Barbou, on the other hand, has been quoted by Jeremy Tankard as one of the historical typefaces he has researched upon while designing his Kingfisher (check the pdf here:'s picture

Many thanks for those two links, Nicola. Corundum is a little heavy for my liking, and Kingfisher a long way from Barbou, but they are both very good fonts.


John Tranter's picture

On second thoughts, I take that back. Corundum is not a heavy font: it just looks that way if you go to the website, because almost all the examples given as "Corundum Text" are in fact Corundum Bold Text -- an extraordinary oversight. It's nearly impossible to work out that the Regular weight exists: when you finally uncover them, the three weight variations are unlabelled, where they should be labelled Regular, Bold and Extra Bold (or if you prefer Regular, Semi-bold and Bold.)

It does look like a stylish and very useful digital font -- a modernised version of Fournier-Barbou with harmonious italics, good small caps and a good range of ligatures-- and I shall explore it further.

dtw's picture

FWIW, in the PDF sample, the three weights of Corundum are called 'book', 'semibold' and 'bold'.'s picture

Thanks, DTW. I've bought a version and I am trying it out on a few pages of poetry with footnotes. It's very quirky: the lower-case i and the numeral 7 in italic is too strange to use for long, and it's not easy to insert their alternates; and as a text font it does seem to be cut just a tiny bit too thick, but at least that remedies Monotype Fournier's problem of being a little too wide and open and faint, especially the lower case g.

At least someone has brought out a good, usable digital version of Barbou. I can remember when a strip of two fonts (on photo film) for the $100,000 Compugraphic 7700 machine cost US$600, a quarter of a century ago, and that didn't include kerning, alternates or ligatures (which were impossible on that equipment in any case)! That's a couple of thousand bucks for two fonts in today's sadly shrunken dollar, more than ten times what my digital version of twelve Corundum fonts cost.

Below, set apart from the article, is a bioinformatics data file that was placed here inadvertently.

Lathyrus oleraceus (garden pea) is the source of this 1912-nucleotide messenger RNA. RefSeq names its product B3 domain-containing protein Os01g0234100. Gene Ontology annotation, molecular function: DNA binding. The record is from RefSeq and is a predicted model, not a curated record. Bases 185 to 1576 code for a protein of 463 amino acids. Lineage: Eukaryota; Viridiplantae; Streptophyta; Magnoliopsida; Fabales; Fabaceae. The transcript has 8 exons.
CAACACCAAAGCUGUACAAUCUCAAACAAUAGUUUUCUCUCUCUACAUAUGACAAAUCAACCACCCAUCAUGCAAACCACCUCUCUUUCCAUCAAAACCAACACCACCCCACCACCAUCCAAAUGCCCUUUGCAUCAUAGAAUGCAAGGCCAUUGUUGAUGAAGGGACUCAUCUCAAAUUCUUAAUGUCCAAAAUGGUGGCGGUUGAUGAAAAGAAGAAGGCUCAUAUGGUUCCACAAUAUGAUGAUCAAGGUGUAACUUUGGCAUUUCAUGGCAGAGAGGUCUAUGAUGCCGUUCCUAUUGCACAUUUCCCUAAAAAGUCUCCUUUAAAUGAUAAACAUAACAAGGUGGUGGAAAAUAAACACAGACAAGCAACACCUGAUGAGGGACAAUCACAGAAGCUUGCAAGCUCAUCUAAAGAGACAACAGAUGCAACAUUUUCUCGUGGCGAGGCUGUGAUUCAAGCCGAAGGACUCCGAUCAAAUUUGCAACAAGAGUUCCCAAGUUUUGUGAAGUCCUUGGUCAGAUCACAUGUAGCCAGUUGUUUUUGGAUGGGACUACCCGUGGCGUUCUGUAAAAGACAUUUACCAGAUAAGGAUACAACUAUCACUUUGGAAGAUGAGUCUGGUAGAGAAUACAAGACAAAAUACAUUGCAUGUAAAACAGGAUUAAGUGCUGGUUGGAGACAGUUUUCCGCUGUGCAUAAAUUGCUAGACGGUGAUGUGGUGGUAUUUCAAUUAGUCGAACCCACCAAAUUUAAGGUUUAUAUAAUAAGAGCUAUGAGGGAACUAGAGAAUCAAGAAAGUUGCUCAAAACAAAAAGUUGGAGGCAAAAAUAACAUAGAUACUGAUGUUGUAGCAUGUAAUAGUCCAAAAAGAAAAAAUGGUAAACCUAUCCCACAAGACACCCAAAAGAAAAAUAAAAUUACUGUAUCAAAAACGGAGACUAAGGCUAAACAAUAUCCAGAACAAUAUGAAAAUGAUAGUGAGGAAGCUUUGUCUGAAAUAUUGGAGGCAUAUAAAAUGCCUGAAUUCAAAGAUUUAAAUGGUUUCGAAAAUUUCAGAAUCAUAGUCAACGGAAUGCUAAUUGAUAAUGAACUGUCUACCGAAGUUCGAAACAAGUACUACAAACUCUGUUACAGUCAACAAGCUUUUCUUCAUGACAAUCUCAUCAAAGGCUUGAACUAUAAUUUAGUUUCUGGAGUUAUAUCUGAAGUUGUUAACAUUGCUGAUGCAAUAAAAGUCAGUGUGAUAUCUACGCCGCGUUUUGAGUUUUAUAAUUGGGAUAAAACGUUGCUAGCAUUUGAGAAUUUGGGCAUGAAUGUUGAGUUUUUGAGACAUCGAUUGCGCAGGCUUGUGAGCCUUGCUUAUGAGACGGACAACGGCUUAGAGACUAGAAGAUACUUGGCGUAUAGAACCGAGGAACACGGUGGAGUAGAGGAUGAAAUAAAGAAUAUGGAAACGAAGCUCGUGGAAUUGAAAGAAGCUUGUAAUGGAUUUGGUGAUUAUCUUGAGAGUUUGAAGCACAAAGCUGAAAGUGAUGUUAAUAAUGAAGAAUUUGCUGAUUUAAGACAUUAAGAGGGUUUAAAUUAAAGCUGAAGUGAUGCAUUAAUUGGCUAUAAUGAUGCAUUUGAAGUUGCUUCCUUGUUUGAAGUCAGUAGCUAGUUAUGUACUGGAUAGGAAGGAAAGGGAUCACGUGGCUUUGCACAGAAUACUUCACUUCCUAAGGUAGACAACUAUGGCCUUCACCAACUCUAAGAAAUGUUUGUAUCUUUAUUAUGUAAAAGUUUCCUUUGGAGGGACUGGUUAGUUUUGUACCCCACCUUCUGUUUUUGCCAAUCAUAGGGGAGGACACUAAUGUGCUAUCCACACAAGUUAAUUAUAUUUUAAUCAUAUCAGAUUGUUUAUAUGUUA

And what would we do with all that spare time if we found the perfect font?


John Tranter

ncaleffi's picture

John, can I ask you what software you use for setting texts? In Indesign it's pretty easy to insert alternates via the glyphs table, and you can even do a search/substitute glyphs function for changing every occurrences of a single glyph in a document (or in a text block). Anyway, it's interesting to see a poet setting texts. By chance, in these days I'm reading a nice sixties edition of Blake's poems - translated by Giuseppe Ungaretti - wonderfully set in Monotype Dante (metal), I would like to post some pics soon to show it here.'s picture

Hi, Nicola. I use InDesign for typesetting, and unfortunantely Corundum has problems with that software. Choosing to replace the italic 1 or 7 with their alternates does not call up the real alternates; you have to set the text with the weird glyphs Corundum gives you, then, when you're finished (really finished!) go through and substitute one glyph for another, a real pain. And if you decide to make some revisions (as we all do), you have to do this all over again.

Also, importing RTF files into InDesign fails to catch the italic version of Corundum, and for some inexplicable reason, the font designer refused to call the italic version "italic", and instead calls it "BookItalic". Sometimes it is impossible to force InDesign to accept the changes you need to make (change Italic to BookItalic), by hand, one at a time. What a shame!

Dante Metal is a wonderful typeface. I set my 2009 Doctor of Creative Arts thesis in the digital version of Dante. Unfortunately when it was photocopied and printed and bound, the face turned out too faint: the photocopier overexposed the pages. Oh well: that's photocopying versus metal printing.

I'll try to give an example of that, and an example of Corundum as a font usable for poetry. The footnotes in the Corundum font are not meant seriously, by the way.

I should mention that the Penguin edition of Rimbaud's "Collected Poems" (trans. Oliver Bernard) is set in Monotype Fournier, and the effect is very good. The metal original helps make the font solid enough.


John Tranter's picture